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5.1 MathML v. simplified LaTeX

You can use directly MathML's presentation and contents markup in tbook files. For this, insert <math> elements without worrying about namespaces. But except for not too complicated equations this is quite longish: Einstein's famous equation of equivalence of mass and energy looks like


in MathML. I hope you agree with me that there is room for improvement. Therefore tbook's formula elements <m> (inline equation), <dm> (displayed or block equation), <ch> (chemical formula), and <unit> (physical quantity) use a so-called simplified LaTeX syntax.

You may use roots, fractions, standard functions like “sin”, stretchable braces, sub- and superscripts and accents. You may nest these structures so deep until your XSLT processor complains. And you can use these elements inside MathML to get the best of both worlds. (However HTML output only contains valid MathML.)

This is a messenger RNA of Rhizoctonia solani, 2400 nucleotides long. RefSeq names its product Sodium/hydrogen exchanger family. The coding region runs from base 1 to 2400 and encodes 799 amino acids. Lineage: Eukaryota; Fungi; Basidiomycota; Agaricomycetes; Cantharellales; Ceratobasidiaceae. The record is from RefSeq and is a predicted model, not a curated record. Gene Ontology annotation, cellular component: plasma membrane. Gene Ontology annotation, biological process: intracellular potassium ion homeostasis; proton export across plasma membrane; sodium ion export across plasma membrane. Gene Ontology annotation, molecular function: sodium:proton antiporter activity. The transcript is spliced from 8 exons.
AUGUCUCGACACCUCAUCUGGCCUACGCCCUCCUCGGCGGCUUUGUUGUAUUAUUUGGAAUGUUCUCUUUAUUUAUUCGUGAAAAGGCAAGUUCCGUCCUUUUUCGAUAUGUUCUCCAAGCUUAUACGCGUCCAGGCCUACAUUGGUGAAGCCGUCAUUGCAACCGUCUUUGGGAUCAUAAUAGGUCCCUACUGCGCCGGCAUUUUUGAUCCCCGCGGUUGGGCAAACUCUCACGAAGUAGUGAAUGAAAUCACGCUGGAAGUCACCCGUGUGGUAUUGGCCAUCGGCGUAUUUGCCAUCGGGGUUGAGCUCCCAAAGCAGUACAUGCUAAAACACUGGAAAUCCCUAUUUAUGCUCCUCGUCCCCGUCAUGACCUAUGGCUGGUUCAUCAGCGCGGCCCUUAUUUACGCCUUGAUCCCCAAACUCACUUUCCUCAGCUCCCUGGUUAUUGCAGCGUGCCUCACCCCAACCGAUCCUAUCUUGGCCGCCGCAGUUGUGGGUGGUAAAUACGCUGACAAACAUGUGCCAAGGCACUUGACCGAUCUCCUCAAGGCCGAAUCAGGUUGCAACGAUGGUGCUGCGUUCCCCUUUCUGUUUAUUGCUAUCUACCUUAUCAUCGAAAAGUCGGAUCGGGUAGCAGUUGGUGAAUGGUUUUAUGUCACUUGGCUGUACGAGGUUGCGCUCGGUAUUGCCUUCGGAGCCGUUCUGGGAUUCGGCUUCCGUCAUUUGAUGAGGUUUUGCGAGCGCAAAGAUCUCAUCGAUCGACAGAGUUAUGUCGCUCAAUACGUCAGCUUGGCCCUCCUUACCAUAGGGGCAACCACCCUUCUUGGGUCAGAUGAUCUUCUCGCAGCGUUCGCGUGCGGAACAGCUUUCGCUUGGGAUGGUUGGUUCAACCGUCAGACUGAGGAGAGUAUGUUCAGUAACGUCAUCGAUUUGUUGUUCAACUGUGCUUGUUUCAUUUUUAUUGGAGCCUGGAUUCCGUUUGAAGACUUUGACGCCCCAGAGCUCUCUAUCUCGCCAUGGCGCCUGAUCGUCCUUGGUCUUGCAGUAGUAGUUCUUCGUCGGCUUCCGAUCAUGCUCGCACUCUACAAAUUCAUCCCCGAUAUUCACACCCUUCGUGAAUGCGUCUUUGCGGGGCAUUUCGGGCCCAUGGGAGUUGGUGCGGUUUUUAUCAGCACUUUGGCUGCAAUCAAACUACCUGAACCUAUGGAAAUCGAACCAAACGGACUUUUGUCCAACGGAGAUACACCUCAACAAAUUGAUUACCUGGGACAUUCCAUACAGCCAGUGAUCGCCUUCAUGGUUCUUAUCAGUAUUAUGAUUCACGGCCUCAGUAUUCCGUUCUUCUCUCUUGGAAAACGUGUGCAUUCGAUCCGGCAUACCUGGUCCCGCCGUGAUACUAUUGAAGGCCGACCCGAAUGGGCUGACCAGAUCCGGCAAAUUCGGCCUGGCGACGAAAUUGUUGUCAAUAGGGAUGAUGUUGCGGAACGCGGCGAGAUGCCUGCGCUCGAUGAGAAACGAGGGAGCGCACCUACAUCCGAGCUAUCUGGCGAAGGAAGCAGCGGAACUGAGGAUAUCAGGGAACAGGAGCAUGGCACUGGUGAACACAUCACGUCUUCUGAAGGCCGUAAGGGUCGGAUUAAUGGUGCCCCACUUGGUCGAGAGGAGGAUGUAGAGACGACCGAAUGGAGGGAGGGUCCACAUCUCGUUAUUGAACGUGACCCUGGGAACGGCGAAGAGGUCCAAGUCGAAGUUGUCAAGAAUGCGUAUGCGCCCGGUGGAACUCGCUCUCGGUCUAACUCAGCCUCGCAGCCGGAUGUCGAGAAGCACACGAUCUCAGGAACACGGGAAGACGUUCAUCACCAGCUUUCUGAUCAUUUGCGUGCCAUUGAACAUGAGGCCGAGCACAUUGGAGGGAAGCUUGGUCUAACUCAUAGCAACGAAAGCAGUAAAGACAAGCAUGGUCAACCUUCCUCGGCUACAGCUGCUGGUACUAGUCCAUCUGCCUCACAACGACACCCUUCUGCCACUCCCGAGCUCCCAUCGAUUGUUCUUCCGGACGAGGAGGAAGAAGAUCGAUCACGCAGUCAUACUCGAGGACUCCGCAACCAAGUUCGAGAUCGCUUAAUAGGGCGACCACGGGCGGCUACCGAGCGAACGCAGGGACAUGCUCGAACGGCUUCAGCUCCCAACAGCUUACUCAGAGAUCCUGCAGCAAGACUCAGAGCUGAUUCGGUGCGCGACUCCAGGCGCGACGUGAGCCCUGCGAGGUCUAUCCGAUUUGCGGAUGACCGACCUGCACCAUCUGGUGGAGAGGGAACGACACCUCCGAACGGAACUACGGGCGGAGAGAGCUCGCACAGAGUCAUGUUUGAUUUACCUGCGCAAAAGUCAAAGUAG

Roots work with \sqrt, fractions with \frac, just as in LaTeX. Human text is included via \text that is known from AMSTeX. Standard functions are typed without a `\'. Stretchable braces are all braces immediately within a {...} grouping. Sub- and superscripts as in LaTeX, but always a possible subscript before the superscript. Accents are just written immediately before the accented variable or group, they're made wide accents if necessary. If you make a space between accent and anything that follows, the accent is treated as an operator. (So, a \vec becomes a \to.)

Here an example:

<m>&Hat;{1-x_{\text{eff}}} &ne; {( &int;_0^&infin; sin(&tilde;x)
                                \frac{\sqrt[3]{1/e}}&beta; dx )}
                           &ne; lim_{x &rarr; &infin;}\frac1x</m>

(In a Unicode-able editor you could see the special characters directly instead of their ugly &...; representations.) In printed output this will look like this:


For HTML output, the responsible stylesheet produces:

     <math><mover accent="true"><mrow><mn>1</mn><mo>-</mo>
     <mi>sin</mi><mo stretchy="false">(</mo><mover accent="true">
     <mi>x</mi><mo>~</mo></mover><mo stretchy="false">)</mo>

Lucky us.

Notice that you can use <m>, <ch> and <unit> within MathML constructs. This is useful if you have to include matrices, but it is especially useful for stacked equations, which LaTeX calls “equation arrays”. See Equation arrays.